It was natural for Debussy to think in musical “images.” He was a great lover of art and counted many painters among his friends. But the artistic inspiration never meant a mere musical representation of a subject treated in a painting. The relationship is less direct; these are “images,” seen or dreamed by the mind’s eye, and then realized in sound rather than in color.
In the case of the orchestral Images, the visions are primarily about motion, and combine the senses of sight, hearing, and even smell, as in the middle section of Ibéria. As Charles Baudelaire, one of Debussy’s favorite poets, put it: Les parfums, les couleurs et les sons se répondent... (“The fragrances, the colors, and the sounds answer one another...”)
Debussy originally planned to call the first piece of the triptych Gigues tristes (“Sad gigues”), according to a letter to his publisher Durand written in 1905. No doubt, the idea of turning a cheerful dance-tune into a melancholy melody was already present in his mind years before the composition was actually written.
The melody itself is derived from an English country dance or jig, related to but different from the Baroque gigue. Debussy had visited England on numerous occasions; it may be that he came across this melody on one of his trips, or he may have borrowed it from the song “Dansons la gigue” (“Let’s dance the jig”) by his contemporary Charles Bordes (1863–1909).
After a brief introduction that sets the tone by a typically Debussyan combination of harp, celesta and woodwinds, the jig melody is played by the unaccompanied oboe d’amore (a double-reed instrument whose range of pitch lies between those of the oboe and the English horn). The other woodwinds and the horns play a faster rhythmic variant of this tune while the oboe d’amore keeps repeating its own, more soulful version of it. The music gets more and more agitated as the rhythmic pattern of the faster-moving material is developed in a powerful orchestral crescendo that suddenly breaks off. The sad jig tune returns; the tempo gradually slows down, the music gets ever softer, and finally fades into silence.
André Caplet, who helped Debussy orchestrate Gigues, wrote about the work in 1923:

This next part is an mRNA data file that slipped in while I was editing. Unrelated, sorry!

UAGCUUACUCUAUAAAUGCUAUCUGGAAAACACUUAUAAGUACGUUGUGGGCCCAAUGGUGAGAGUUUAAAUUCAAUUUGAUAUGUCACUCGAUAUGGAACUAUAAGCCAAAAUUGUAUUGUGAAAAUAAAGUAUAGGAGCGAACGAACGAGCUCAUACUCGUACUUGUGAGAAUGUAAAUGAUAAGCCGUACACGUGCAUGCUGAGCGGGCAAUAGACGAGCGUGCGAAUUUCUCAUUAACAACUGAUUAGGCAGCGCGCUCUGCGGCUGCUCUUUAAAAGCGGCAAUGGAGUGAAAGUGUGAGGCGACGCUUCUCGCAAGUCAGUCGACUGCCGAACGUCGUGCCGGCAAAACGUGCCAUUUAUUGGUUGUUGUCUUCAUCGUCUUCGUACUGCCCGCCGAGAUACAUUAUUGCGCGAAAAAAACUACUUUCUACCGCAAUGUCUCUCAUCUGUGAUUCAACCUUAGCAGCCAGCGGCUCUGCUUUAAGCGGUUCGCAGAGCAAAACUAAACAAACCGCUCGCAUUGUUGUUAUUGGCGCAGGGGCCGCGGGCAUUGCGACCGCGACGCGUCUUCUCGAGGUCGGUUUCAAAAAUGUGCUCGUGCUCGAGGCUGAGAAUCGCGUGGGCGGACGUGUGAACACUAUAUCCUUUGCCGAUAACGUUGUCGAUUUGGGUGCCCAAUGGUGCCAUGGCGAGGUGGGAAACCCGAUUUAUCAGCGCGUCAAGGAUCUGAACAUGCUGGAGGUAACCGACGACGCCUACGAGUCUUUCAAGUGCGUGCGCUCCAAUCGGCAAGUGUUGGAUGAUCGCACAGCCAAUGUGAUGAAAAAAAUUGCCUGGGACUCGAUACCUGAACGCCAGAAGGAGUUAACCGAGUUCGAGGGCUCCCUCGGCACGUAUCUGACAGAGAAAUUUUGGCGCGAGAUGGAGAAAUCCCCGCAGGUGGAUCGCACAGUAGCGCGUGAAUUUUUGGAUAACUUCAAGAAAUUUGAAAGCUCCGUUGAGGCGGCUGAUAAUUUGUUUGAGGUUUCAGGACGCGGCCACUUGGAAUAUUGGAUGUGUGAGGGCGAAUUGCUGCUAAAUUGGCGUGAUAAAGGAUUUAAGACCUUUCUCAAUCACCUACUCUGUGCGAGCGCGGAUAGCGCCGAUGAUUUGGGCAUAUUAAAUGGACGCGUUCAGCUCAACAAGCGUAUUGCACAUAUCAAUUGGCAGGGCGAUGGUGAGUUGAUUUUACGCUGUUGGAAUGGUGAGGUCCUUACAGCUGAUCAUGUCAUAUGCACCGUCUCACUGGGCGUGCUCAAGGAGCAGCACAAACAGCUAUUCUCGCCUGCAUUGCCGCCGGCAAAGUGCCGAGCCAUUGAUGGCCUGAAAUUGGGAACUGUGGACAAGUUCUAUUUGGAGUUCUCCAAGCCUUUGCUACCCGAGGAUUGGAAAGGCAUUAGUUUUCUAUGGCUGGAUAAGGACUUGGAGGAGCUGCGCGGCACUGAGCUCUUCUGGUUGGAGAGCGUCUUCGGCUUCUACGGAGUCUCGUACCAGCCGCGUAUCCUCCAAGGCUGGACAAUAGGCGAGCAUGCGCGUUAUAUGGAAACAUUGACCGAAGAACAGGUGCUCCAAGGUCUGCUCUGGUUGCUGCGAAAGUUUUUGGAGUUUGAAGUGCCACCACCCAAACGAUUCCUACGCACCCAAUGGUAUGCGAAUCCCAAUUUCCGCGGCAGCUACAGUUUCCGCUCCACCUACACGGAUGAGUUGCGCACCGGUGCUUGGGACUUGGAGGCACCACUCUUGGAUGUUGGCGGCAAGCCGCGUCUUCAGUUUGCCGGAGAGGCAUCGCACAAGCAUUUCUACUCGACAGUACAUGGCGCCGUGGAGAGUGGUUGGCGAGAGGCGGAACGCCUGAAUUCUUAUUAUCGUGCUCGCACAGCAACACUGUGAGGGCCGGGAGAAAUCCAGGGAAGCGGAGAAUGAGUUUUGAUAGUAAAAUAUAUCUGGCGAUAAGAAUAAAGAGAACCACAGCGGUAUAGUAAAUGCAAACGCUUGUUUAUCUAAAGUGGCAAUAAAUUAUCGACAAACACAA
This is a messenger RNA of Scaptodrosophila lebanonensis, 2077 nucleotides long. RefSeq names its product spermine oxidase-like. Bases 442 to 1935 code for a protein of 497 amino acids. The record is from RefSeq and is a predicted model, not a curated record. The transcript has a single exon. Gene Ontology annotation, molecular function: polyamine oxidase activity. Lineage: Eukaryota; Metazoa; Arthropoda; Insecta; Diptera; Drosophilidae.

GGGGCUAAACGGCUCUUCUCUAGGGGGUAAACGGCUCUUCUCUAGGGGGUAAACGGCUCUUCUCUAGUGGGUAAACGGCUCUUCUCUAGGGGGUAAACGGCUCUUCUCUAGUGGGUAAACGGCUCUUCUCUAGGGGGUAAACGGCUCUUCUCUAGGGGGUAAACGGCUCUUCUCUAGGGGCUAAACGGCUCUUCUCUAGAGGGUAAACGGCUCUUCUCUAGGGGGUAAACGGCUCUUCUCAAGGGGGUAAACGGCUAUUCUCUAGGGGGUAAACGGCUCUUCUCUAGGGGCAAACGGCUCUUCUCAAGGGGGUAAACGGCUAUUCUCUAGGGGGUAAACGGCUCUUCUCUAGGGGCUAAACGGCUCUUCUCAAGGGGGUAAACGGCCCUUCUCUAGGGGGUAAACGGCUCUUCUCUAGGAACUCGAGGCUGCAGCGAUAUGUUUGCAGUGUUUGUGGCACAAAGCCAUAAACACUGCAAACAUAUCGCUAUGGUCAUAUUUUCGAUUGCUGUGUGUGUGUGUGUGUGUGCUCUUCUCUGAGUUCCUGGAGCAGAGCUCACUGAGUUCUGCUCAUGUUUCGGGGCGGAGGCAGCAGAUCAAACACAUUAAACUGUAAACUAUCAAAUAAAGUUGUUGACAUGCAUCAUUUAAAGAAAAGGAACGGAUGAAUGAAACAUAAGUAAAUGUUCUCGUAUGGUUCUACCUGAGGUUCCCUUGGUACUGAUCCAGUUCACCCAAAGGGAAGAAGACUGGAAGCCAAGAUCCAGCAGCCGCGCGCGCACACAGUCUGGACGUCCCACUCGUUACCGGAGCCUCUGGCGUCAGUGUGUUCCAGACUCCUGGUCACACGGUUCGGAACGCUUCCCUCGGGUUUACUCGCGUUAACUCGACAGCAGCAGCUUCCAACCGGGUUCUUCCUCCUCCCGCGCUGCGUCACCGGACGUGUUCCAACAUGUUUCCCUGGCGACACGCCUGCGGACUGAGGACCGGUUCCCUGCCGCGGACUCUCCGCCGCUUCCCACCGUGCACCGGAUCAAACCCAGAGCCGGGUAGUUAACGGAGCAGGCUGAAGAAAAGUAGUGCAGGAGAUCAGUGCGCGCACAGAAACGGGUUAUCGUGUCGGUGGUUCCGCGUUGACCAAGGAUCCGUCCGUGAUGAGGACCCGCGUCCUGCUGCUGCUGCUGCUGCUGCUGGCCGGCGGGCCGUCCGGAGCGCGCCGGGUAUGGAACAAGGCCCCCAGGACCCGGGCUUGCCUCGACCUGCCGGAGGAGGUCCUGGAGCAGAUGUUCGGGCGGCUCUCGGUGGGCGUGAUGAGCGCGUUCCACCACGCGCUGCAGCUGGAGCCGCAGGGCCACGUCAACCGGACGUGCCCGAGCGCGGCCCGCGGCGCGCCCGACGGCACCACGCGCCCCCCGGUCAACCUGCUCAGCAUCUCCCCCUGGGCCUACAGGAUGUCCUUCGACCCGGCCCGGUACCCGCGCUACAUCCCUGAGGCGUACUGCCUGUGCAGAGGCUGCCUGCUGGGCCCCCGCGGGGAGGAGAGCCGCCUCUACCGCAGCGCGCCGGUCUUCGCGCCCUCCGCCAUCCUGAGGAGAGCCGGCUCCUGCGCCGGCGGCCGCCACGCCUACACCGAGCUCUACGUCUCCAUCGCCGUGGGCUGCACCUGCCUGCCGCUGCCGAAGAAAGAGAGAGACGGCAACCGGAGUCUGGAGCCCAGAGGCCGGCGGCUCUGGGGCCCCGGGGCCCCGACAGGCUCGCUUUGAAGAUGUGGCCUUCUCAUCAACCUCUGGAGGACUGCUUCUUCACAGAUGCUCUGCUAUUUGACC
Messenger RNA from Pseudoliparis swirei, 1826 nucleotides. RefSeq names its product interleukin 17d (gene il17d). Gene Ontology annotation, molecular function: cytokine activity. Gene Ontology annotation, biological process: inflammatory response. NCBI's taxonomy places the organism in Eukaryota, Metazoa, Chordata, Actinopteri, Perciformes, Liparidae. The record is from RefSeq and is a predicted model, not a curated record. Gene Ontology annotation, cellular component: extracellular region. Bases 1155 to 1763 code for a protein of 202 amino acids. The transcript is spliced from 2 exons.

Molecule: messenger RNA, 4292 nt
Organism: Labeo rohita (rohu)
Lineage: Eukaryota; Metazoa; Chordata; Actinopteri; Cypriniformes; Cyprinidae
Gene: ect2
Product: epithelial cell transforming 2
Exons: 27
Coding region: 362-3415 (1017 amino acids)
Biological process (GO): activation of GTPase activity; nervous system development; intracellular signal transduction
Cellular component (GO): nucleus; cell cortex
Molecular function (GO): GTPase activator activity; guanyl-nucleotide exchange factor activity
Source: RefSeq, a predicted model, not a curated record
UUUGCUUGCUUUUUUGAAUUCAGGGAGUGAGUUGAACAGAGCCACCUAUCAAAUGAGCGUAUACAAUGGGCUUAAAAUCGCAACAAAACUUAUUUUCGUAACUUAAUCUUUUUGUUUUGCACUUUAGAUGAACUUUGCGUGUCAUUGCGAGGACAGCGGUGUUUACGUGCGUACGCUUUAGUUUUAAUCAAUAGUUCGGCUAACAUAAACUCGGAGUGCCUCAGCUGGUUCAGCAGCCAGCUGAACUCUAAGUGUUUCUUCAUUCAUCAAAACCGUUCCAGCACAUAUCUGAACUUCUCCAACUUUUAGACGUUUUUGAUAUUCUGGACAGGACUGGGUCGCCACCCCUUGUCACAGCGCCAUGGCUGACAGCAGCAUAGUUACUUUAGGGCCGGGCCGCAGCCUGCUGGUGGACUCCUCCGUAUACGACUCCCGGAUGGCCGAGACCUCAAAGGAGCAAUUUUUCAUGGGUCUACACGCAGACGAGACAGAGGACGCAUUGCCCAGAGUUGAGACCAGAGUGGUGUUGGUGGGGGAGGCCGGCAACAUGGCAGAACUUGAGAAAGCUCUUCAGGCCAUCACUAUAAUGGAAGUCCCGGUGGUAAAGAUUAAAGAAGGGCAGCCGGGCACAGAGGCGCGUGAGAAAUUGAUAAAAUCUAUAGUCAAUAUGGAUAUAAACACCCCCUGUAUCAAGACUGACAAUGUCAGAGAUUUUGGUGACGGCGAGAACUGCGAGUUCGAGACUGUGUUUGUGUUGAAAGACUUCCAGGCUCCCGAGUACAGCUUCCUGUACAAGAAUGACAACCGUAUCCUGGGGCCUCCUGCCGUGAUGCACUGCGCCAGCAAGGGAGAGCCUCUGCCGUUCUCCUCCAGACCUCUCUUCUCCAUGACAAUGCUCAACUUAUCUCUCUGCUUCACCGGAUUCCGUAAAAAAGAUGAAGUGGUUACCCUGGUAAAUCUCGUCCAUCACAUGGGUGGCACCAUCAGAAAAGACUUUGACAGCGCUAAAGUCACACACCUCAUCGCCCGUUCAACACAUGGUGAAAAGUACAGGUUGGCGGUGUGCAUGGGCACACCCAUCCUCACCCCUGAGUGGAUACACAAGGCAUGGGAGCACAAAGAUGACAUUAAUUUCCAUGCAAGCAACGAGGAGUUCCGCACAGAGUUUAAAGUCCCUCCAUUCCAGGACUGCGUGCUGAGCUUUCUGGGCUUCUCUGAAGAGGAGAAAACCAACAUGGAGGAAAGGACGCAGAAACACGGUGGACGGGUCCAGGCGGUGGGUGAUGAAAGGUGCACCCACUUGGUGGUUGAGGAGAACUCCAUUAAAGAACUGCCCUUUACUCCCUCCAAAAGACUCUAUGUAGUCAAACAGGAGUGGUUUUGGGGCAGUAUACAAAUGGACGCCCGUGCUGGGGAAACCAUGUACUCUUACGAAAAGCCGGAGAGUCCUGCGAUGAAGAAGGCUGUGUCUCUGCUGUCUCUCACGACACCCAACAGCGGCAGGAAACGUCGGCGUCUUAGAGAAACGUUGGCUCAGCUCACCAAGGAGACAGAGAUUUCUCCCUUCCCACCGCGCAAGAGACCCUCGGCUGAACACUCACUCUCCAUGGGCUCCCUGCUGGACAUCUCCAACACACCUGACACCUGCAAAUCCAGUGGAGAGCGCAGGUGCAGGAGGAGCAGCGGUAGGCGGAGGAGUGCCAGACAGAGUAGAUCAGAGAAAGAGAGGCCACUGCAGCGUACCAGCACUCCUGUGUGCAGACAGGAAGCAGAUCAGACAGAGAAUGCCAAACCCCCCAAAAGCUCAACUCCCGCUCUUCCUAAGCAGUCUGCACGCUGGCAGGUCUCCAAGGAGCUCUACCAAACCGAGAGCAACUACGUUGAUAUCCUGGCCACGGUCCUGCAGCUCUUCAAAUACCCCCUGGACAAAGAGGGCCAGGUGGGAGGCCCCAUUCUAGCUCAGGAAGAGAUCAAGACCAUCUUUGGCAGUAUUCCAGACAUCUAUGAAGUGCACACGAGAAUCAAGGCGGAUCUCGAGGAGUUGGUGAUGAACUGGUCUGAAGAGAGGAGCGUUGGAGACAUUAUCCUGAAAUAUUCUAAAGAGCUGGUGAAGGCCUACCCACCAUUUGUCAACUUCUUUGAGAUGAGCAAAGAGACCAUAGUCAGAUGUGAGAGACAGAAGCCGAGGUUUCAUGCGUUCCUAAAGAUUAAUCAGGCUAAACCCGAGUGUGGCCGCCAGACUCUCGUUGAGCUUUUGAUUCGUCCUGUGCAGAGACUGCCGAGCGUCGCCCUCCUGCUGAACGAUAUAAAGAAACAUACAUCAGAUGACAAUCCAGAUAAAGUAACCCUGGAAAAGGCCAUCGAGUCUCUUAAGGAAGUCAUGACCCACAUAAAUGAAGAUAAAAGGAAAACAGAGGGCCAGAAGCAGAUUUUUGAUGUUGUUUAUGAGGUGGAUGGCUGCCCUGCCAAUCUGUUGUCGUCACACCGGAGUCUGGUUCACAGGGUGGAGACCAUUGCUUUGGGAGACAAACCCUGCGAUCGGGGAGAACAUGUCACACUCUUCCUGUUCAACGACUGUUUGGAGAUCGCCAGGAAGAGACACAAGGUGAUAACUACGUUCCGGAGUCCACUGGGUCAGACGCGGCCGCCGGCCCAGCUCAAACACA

“Gigues”...Sad Gigues...tragic Gigues...The portrait of a soul....a soul in pain, uttering its slow, lingering lamentation on the reed of an oboe d’amore. A wounded soul, so reticent that it dreads and shuns all lyrical effusion, and quickly hides its sobs behind the mask and the angular gestures of a grotesque marionette. Again, it suddenly wraps itself in a mantle of the most phlegmatic indifference. The ever-changing moods, the rapidity with which they merge, clash, and separate to unite once more, make the interpretation of the work very difficult....Underneath the convulsive shudderings, the sudden efforts at restraint, the pitiful grimaces, which serve as a kind of disguise, we recognize the very soul of our dear, great Claude Debussy. We find there the spirit of sadness, infinite sadness, lying stretched as in the bed of a river whose flow, constantly augmented from new sources, increases inevitably, mercilessly.
French musicians had often been inspired by the rhythms of Spanish music at least since Bizet’s Carmen (1875). Two composers from the generation preceding Debussy in particular owed their fame to their “Spanish” compositions: Edouard Lalo’s Symphonie espagnole (1875) and Emmanuel Chabrier’s España (1883) must have been familiar to the young Debussy, who himself wrote the piano piece “La soirée dans Grenade” (“Evening in Grenada”) in 1903 (No. 2 of Estampes).
It is interesting that, aside from one short trip across the border, Debussy never visited Spain. He knew, however, the music of some of his Spanish colleagues such as Manuel de Falla and Isaac Albéniz. (The latter had used the title “Iberia” in a magnificent suite for piano published in four volumes between 1906 and 1908.) Falla had warm words of praise for Debussy’s Ibéria, which he claimed had “a considerable and decisive influence on young Spanish composers.”
The first section of Ibéria, titled “Par les rues et par les chemins” (“In the Streets and Byways”) immediately creates a Spanish atmosphere with the sound of the castanets. The whole town is out in the streets on a warm summer evening. People are walking, talking, singing, and dancing. The clarinets play a dance tune marked by the composer as “elegant and rhythmic” and harmonized with parallel chords, one of Debussy’s recurrent techniques. Later an equally cheerful second theme is heard on the horns and clarinets, soon combined with a third melody which, in contrast, is more lyrical and expressive in character.
The first theme with the castanet accompaniment finally returns (now played by the oboes instead of the clarinets). At last, the noisy parade is over; the people go home and the section ends pianissimo.